So out with constipation, in with irritation and bloating after eating. And maybe longstanding problems, heretofore hidden, now firmly flushed out into the open. Google searches brought up results like ‘diverticulitis’, ‘kidney disease’, and ‘appendicitis’. It was fear of that last one that sent me on an out-of-pocket doctor’s appointment at Northwestern Memorial Hospital on Wednesday. (My local hospital–a nice perq of living in downtown Chicago).

I spent the first half of the day calling Unicare, my incipient insurer, being repeatedly told that their computers were down, shopping for hospital slippers, and visualizing post-operative liquid meals. To no avail all, as a particularly fatherly internist told me in no uncertain terms, “If it was your appendix, you’d jump off the table if I pressed you there.”

So give us some blood, pee in a cup, and call me in two days. Oh, and if the pain gets really bad, go to the emergency room. And wait.

The next day I learned the technology-challenged Unicare had covered me days earlier (Boo! Hiss!), balanced with the assurance that the doctor’s office would send them a claim and eventually reimburse me (Hurray!).

And the day after that, after the customary, agonizing eight-hour wait for the doctor’s office to call me back, I learned that my test results were all normal. Which leaves me with a murky non-ending to an all-around rocky problem. What, then, is bugging my pushing-40 frame? IBS? Colitis? Gastroenteritis? Google is a dangerous tool for the long uninsured.

At least now I have the coverage to follow up. Note to my new Northwestern doctor: next week, feel free to CT scan me. At long last, I’m finally good for it.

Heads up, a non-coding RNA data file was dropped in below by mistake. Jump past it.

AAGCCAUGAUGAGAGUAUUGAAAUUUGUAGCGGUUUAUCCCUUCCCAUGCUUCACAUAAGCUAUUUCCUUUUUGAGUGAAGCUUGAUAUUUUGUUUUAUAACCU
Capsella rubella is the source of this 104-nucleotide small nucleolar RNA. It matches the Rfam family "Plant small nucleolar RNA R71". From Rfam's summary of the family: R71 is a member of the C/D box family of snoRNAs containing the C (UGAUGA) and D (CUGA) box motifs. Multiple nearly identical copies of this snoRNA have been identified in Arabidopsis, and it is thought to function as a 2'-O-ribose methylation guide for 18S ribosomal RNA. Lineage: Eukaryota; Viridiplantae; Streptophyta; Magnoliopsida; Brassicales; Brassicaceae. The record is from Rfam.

And anyone who tells you differently is full of shit.

Categories: Health LIFE

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Mike Doyle

I’m an #OpenlyAutistic gay, Hispanic, urbanist, Disney World fan, New York native, politically independent, Jewish blogger in Chicago. I believe in social justice, big cities, and public transit. I write words and raise money for nonprofits. I’ve written this blog since 2005. And counting...

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4 replies

  1. Pingback: The Golden Ticket
  2. UPDATE: So two doctors appointments so far and no idea what is going on. Except we have an idea what isn’t going on: normal blood and urine tests suggest I don’t have an infection. A mixed blessing, as now it is likely something more serious.

    Maybe I’ll get off easy with a simple lifelong chronic disorder that won’t kill me. Surgery doesn’t scare me either. I just want to be cancer free. That scares me.

    And tomorrow morning at 7:30 a.m., I’ll have the CT scan that, three days later, will hopefully (and hopefully not ruefully) reveal all.

    What I find amusing and even annoying in all this, I have friends who will talk to me openly about these issues and who have been very suportive, while some others (people I know professionally, some acqauintances, and a couple of regular readers) think that I’m sharing too much information here.

    I find the opinion of the latter group sad. It doesn’t reflect the smelly, mundane, crunchy, problematic, never-guaranteed nature of the life that we all experience. I needn’t mention that everyone poops, and most of us have some sort of unexpected, perhaps unsavory, and frequently frightening medical issue befall at one time or another. Just because you don’t want anything to remind you that life is not all roses and chocolate doesn’t make it any less true.

    I have absolutely no doubt that the majority of readers, if silent, can identify with my story. That’s why all of my story as written on this blog is as frank as this entry. My task is to share that story, not to edit out the unsavory bits.

    Not if I want this blog to keep its integrity, anyway.